I KNOW YOU’RE INTO CLASSIC BIKES. BUT HOW WOULD YOU RATE THE LATEST VESPAS BEING PRODUCED IN VIETNAM? ARE THEY WORTH INVESTING IN OVER, SAY, ONE OF THE AUTOMATIC HONDAS OR YAMAHAS?
Weighing up the pros and cons with the Hanoi-produced Piaggio models, I think they’re a good deal. It’s only a couple of years ago that the imported Italian LX models were selling here for US$7000 (VND140 million). The new VN LX model is priced at about US$3400 (VND70 million) which is less than half price. Of course there are differences between the European-produced model and the Vietnamese model, but more than acceptable considering the price.
The most important factor is the engine unit that even on the Vietnamese-produced scooters is still imported as a complete unit. I’ve found the local models use slightly inferior parts such as tyres, brakes, suspension, rubbers and trim, but at the of the day these are wear and tear parts that you will replace over the course of a couple of years anyway and then change for better quality imported versions if you want.
You’ll still end up saving a considerable amount of money if you’re looking for classic Italian styling. And the Vietnam-produced Vespa will always pull looks over the plastic fantastic Nuovo.
ARE THERE MASSIVE DIFFERENCES BETWEEN HELMET QUALITY AND PRICE? I’M LOOKING FOR A WELL-MADE HELMET BUT WITHIN A BUDGET OF LESS THAN VND2 MILLION. WHAT WOULD YOU RECOMMEND?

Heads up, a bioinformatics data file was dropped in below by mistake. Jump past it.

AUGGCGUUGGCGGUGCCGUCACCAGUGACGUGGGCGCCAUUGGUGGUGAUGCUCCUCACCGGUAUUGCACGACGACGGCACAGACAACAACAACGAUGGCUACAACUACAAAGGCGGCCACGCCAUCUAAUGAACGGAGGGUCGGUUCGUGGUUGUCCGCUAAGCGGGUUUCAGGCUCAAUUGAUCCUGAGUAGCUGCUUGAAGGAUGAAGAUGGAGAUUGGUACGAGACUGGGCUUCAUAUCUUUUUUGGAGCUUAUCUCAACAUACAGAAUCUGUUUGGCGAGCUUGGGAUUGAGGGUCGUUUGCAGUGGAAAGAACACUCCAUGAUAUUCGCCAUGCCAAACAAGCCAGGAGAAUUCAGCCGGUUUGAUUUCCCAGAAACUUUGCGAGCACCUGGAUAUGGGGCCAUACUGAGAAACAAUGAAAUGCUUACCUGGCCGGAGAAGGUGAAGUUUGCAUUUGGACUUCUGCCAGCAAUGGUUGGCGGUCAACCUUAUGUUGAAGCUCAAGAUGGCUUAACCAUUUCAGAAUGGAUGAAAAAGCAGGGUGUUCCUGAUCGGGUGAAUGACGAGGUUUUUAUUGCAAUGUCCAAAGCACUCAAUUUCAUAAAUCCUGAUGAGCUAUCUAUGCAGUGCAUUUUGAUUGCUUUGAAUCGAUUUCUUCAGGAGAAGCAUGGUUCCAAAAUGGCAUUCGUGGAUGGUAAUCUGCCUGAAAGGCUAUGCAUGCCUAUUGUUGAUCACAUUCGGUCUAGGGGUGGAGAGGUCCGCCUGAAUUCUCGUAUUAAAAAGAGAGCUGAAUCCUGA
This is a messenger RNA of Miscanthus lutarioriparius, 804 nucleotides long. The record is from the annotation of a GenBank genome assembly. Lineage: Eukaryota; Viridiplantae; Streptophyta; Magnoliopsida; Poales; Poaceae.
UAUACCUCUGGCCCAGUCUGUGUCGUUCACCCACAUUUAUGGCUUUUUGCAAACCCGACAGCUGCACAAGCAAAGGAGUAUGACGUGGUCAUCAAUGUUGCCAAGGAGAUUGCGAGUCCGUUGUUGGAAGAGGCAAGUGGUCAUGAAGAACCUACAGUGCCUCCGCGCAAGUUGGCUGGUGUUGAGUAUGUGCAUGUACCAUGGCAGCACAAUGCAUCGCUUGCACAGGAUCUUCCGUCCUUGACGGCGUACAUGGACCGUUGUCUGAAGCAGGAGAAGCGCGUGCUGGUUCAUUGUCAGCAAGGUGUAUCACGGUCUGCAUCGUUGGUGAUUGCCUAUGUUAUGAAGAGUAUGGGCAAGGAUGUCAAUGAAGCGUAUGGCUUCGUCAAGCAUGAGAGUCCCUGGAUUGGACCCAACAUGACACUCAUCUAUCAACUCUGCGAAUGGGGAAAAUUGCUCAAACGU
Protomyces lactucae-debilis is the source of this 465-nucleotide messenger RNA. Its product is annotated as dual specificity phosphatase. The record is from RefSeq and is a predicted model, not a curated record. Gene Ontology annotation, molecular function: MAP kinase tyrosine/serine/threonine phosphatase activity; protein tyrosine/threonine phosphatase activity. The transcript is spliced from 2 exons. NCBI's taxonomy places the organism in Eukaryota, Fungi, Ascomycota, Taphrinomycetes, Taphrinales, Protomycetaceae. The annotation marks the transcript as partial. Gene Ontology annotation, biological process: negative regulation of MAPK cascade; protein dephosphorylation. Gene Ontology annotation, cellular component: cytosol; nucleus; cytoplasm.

You really do get what you pay for with regards to helmet quality. There are a number of premium international helmet companies, some of the more famous being Schoei, Arai, Bell, Nolan, Vemar and AGV. For the budget you’re looking for in Vietnam you’d be better off with either Korean or Thai brands. You will not of course find international safety kite marks like Snell, DOT or British standards on these helmets. However, on budget helmets both Thailand and South Korea offer reasonable safety standards for Asian manufactured helmets.
There are five main materials used in the production of motorcycle helmets, these are: plastic, thermo plastic, fibreglass, kevlar and carbon fibre. As a general rule the better the protection, the higher the price.
Also remember there are two impact zones to consider. In the case of an impact there should be sufficient protection between your head and the interior helmet as well as the primary impact point between the helmet and the road. A comfortable fitting and well padded interior-lining and a foam or equivalent liner is essential. Budget VND50,000 helmets are just a plastic shell offering no first stage protection and in most cases will break-up on impact with any hard surface.
In the 1970s Schoei ran an advertising campaign “A US$5 dollar helmet for a US$5 dollar brain!” Buy yourself the best protection you can afford, you only get one brain. At the end of the day a good helmet will save your life and in the meantime you can look good, be comfortable and avoid that VND200,000 fine for driving without one.